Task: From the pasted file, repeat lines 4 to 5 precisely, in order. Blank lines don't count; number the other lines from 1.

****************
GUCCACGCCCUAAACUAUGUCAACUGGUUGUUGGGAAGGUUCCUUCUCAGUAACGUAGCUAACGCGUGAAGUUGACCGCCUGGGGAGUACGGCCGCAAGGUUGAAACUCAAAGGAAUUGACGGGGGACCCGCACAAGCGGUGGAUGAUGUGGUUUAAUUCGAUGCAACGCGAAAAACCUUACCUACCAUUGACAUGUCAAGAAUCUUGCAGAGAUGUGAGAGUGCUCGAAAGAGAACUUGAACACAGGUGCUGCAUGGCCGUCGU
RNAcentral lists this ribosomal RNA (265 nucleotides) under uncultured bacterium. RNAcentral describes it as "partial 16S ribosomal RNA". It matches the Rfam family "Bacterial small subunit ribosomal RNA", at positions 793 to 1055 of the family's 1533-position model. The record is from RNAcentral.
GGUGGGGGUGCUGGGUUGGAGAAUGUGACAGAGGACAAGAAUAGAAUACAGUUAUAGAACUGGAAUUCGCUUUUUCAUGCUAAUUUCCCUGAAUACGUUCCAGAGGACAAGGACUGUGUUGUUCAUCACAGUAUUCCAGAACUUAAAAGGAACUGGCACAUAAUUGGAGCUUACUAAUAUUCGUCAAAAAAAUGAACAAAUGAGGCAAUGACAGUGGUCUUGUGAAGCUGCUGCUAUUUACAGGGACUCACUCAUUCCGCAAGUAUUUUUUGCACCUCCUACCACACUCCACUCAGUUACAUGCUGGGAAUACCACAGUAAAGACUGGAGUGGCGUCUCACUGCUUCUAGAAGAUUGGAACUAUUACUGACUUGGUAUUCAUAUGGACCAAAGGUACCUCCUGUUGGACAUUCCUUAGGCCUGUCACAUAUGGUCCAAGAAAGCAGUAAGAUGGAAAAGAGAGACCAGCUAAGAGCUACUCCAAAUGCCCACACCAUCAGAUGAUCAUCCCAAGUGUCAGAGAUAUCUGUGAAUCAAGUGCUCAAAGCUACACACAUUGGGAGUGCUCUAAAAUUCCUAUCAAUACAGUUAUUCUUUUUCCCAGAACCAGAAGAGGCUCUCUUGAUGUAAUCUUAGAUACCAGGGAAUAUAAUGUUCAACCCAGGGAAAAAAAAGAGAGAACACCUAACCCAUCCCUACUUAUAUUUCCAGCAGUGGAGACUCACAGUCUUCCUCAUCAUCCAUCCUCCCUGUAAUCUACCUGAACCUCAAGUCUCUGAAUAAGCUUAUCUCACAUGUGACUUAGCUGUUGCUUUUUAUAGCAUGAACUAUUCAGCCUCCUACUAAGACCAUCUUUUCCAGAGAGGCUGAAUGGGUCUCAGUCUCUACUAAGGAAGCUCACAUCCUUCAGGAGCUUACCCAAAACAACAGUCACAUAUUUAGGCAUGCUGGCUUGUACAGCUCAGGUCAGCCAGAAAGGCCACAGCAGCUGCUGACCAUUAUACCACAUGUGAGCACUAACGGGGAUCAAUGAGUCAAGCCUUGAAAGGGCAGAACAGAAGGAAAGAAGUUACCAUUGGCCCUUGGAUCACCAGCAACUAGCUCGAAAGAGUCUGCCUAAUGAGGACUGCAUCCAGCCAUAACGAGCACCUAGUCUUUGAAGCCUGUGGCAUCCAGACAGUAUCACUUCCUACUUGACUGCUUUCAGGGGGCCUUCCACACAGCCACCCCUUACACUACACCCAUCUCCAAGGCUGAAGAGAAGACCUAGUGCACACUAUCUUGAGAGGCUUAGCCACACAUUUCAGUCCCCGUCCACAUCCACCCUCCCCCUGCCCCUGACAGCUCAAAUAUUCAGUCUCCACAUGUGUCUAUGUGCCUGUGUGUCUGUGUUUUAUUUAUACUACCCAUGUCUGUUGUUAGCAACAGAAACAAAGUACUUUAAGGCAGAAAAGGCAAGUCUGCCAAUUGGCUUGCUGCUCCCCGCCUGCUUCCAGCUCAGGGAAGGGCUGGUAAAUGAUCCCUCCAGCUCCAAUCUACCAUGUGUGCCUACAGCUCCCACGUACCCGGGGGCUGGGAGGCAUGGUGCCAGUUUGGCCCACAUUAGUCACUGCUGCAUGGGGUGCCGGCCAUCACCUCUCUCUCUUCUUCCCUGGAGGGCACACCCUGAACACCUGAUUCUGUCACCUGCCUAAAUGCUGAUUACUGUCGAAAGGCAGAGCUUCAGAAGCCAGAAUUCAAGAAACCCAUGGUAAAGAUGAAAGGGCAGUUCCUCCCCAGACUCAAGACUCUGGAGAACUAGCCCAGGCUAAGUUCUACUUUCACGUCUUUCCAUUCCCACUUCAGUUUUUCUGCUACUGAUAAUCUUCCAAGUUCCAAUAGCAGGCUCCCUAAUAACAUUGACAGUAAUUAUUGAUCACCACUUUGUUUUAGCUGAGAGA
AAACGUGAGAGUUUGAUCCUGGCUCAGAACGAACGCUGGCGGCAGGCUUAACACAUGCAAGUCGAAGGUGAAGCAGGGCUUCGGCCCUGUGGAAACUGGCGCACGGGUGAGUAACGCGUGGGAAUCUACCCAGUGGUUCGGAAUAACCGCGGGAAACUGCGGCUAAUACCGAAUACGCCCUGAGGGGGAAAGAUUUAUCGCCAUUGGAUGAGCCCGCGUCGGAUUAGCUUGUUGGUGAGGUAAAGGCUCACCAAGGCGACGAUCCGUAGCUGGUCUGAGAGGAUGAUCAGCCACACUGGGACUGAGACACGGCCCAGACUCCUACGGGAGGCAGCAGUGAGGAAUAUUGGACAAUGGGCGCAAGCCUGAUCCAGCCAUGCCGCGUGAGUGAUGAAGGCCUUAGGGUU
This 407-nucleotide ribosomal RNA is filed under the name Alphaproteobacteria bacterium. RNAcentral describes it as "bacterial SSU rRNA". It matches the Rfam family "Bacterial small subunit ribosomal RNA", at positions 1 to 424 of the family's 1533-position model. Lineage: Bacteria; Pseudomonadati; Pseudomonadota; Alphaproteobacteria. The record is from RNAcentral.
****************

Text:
AAACGUGAGAGUUUGAUCCUGGCUCAGAACGAACGCUGGCGGCAGGCUUAACACAUGCAAGUCGAAGGUGAAGCAGGGCUUCGGCCCUGUGGAAACUGGCGCACGGGUGAGUAACGCGUGGGAAUCUACCCAGUGGUUCGGAAUAACCGCGGGAAACUGCGGCUAAUACCGAAUACGCCCUGAGGGGGAAAGAUUUAUCGCCAUUGGAUGAGCCCGCGUCGGAUUAGCUUGUUGGUGAGGUAAAGGCUCACCAAGGCGACGAUCCGUAGCUGGUCUGAGAGGAUGAUCAGCCACACUGGGACUGAGACACGGCCCAGACUCCUACGGGAGGCAGCAGUGAGGAAUAUUGGACAAUGGGCGCAAGCCUGAUCCAGCCAUGCCGCGUGAGUGAUGAAGGCCUUAGGGUU
This 407-nucleotide ribosomal RNA is filed under the name Alphaproteobacteria bacterium. RNAcentral describes it as "bacterial SSU rRNA". It matches the Rfam family "Bacterial small subunit ribosomal RNA", at positions 1 to 424 of the family's 1533-position model. Lineage: Bacteria; Pseudomonadati; Pseudomonadota; Alphaproteobacteria. The record is from RNAcentral.